Weighing In | Darra Goldstein

The dentist’s office is always a good place to keep up with popular culture. On a recent visit I found myself caught up in a magazine article offering readers nineteen secrets for staying slim and trim. Eggs are back on the list of healthy foods, no longer the anathema they were in the not-too-distant past. Indeed, the diet pundit advised that “if it ain’t yolk, don’t fix it”—choose eggs over bagels for a protein punch that will carry you through the day without noshing. Sensible enough, I thought, if you don’t overdo the cholesterol later on. But the next piece of advice really alarmed me. Apparently “familiarity breeds content” (as in satisfaction), and if we want to overcome the urge to indulge we must eat the same plain thing for lunch every day. Now that, to me, is a grim prospect, worthy of Cotton Mather. The article states, “Too much variety in meals can lead you to keep eating to experience the taste, not to satisfy the hunger.” But isn’t that the point, to taste our food? Once our basic needs are met, the quest for flavor is what it’s all about, which is why a single dark chocolate truffle will do more to satisfy hunger than a boxful of artificially flavored dessert cakes. Flavor is also the secret behind the “French paradox”—the French don’t feel the need to eat as much because what they do eat tastes so good.

Everywhere we turn these days we see conflicting advice about how to stay healthy and get slimmer. The usda has just weighed in with its own revised dietary recommendations in a new food pyramid that is squatter than ever and that makes a healthy lifestyle seem even more elusive. Last August in these pages Amy Bentley looked at the Atkins Diet. Two essays in this issue of Gastronomica continue to explore the way Americans eat. Rebecca Epstein examines contemporary American fast-food culture as seen through the cinematic lens in Morgan Spurlock’s Supersize Me and Jessica Eisner’s Muffin Man. But, as Nancy Pick’s essay on Edward Hitchcock shows, our national obsession with food is nothing new. Pick offers a charming look at the dyspepsia that plagued many nineteenth-century eaters, and how Edward Hitchcock, one of America’s leading naturalists, railed against immoderate eating and drinking, the cause of “the premature prostration and early decay of students and professional men.” As an indication of just how much times (and food fashions) have changed, Hitchcock considered green tea a poison, an unnaturally stimulating beverage. Today, of course, green tea is seen as just the opposite, a drink that not only calms but contains cancer-preventing antioxidants. Food fads, in other words, come and go. Other nineteenth-century dietary proselytizers included John Harvey Kellogg, who advocated for a vegetarian diet, and James Salisbury, who preached the opposite. (Unfortunately, cafeteria-style Salisbury Steak is still with us today.)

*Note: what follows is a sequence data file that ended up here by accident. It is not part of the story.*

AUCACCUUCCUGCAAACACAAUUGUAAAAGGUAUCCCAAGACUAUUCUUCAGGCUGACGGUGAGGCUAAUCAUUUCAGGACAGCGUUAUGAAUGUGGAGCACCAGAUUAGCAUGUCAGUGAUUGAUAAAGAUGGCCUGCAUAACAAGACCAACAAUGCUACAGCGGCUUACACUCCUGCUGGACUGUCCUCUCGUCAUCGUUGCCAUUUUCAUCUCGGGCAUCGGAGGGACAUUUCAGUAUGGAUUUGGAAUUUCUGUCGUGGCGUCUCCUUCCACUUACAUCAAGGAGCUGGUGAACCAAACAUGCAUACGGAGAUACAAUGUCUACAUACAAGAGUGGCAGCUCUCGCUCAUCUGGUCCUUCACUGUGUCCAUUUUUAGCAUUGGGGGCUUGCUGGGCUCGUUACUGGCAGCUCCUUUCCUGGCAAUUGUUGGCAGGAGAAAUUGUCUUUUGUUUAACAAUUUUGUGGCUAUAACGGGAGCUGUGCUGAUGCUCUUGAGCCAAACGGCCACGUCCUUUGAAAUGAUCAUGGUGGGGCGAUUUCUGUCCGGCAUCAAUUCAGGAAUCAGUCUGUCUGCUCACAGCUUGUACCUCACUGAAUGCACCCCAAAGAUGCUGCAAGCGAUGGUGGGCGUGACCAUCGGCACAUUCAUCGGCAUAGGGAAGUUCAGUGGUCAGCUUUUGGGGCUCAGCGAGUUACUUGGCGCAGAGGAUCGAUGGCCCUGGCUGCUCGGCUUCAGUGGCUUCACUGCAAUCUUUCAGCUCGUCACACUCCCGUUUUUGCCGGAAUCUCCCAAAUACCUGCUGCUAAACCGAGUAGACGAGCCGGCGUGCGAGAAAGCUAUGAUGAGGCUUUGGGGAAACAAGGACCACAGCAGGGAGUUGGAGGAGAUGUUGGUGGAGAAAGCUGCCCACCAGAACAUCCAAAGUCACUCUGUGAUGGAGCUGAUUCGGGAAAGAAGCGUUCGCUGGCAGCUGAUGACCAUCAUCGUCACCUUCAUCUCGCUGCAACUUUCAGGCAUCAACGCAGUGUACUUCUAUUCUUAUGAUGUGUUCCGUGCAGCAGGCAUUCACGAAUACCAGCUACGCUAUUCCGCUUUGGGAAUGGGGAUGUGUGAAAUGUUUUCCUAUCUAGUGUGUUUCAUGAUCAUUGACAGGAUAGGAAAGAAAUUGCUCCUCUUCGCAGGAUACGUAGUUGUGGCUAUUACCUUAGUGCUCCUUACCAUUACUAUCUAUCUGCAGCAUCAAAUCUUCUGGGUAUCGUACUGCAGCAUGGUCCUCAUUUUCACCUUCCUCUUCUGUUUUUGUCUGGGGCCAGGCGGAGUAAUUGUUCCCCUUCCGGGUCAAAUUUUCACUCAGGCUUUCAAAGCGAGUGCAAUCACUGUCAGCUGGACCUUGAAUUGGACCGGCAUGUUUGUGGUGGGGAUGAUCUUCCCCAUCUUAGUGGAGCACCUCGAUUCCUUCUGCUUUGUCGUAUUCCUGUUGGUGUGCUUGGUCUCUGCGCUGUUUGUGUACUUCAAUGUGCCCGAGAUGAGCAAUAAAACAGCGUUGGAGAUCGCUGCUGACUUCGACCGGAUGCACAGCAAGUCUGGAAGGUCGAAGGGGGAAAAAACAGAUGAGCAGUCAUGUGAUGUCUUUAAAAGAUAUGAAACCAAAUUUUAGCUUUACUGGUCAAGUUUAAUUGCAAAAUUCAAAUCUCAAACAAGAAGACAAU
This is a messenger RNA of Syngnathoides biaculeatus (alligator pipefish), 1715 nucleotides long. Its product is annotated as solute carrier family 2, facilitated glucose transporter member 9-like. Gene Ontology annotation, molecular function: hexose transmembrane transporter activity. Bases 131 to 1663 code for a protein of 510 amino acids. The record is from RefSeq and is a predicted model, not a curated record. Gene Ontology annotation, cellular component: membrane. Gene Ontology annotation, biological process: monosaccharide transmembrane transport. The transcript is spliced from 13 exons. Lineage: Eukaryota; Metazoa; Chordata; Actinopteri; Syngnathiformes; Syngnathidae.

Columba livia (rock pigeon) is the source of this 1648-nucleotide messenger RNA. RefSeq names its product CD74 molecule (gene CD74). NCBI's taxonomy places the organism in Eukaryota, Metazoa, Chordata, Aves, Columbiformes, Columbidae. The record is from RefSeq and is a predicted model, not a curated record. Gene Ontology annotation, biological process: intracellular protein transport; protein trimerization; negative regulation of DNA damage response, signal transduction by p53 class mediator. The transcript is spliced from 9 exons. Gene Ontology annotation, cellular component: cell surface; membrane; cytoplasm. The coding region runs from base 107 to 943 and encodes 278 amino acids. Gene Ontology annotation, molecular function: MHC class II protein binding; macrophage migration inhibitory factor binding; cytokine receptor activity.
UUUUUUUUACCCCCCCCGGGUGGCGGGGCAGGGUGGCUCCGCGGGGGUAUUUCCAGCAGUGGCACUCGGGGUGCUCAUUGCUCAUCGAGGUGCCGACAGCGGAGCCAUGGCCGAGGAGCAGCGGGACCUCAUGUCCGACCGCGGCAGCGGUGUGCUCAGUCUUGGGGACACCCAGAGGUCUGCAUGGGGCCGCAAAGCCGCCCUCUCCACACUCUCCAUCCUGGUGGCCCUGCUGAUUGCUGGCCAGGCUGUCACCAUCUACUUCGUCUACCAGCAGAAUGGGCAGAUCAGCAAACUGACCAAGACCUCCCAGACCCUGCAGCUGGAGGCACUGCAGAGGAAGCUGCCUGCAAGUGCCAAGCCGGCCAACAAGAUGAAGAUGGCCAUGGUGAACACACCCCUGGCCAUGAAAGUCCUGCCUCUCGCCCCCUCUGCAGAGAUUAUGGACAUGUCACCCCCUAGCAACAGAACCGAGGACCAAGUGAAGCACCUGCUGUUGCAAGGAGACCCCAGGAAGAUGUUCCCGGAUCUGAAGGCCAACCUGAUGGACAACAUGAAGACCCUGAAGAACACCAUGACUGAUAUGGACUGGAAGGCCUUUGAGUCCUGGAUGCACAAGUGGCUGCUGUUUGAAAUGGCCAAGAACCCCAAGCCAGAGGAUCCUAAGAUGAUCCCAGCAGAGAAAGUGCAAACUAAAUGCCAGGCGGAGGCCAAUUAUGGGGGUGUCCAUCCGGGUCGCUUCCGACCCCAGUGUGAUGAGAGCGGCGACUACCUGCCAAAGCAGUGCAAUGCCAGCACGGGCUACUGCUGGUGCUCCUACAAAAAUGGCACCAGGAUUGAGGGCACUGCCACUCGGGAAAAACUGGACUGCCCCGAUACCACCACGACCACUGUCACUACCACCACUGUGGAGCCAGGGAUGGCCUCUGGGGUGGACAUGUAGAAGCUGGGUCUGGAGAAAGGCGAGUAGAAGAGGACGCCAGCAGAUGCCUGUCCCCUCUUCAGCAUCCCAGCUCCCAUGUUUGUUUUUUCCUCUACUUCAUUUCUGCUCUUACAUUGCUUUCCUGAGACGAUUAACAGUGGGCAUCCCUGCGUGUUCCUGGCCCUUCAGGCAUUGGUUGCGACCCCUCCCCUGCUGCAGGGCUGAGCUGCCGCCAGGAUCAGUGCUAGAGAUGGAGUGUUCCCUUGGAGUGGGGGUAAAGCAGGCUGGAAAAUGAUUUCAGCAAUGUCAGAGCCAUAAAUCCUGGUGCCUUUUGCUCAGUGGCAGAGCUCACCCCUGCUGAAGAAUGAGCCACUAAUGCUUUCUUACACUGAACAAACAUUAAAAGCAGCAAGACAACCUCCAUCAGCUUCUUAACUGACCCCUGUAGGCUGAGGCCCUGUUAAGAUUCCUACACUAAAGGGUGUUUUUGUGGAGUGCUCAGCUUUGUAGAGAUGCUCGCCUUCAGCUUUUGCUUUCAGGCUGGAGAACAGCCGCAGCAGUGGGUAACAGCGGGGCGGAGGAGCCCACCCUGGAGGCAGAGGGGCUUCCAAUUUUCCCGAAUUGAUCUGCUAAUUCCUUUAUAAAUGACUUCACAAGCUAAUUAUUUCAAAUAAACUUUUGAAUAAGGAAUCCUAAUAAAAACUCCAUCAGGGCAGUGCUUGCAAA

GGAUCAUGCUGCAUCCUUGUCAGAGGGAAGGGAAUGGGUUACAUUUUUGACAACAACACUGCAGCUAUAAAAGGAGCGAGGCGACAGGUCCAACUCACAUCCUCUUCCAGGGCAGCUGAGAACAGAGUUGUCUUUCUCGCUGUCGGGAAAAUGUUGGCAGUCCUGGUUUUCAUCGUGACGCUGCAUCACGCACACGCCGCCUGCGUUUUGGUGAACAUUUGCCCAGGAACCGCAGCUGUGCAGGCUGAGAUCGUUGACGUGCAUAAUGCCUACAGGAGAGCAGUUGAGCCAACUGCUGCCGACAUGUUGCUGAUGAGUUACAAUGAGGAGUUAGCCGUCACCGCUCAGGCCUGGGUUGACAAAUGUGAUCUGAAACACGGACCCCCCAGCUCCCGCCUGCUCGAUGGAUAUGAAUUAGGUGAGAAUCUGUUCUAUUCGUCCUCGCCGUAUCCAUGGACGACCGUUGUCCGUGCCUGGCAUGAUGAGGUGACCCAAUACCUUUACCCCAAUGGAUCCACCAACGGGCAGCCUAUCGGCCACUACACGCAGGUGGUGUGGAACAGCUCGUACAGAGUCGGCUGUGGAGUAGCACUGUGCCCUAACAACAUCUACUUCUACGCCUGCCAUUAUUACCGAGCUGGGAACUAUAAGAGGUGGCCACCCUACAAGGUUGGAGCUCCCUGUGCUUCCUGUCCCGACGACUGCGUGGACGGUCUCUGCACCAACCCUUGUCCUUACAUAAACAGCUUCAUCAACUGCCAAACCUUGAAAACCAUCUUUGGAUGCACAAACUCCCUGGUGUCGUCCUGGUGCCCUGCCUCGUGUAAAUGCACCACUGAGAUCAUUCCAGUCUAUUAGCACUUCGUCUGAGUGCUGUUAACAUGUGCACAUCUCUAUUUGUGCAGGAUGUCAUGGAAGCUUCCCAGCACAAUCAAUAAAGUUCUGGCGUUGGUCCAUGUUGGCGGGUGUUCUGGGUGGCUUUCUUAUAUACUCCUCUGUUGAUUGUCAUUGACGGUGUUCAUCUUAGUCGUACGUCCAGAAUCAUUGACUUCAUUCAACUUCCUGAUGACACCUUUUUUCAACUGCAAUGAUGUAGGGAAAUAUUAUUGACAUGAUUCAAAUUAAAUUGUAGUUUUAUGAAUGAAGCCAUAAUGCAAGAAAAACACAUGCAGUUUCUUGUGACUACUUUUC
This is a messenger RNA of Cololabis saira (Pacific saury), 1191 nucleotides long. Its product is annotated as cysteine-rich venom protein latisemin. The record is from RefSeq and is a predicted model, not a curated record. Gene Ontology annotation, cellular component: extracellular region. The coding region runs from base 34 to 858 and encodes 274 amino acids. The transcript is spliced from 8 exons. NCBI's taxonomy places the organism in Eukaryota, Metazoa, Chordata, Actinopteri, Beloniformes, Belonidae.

Subsequent generations generally view the dietary prescriptions of the past with tolerant humor. Just imagine how society will view our embrace of Atkins and other low-carb diets in a hundred years. Woody Allen was on to something in his 1973 film Sleeper when he created Miles Monroe, the cryogenically frozen owner of the Happy Carrot Health Food Store, who wakes up two hundred years in the future to find everyone happily eating fast food, smoking cigarettes, and drinking plenty of booze. These denizens of the future laugh at what they consider the primitive twentieth-century notion of “health food”; they are so much more knowledgeable now! Allen’s wonderful send-up reminds us that even good, healthy food fads have limitations. In the end, the real secret formula for a healthy life is most likely contained in one simple prescription. It’s called moderation.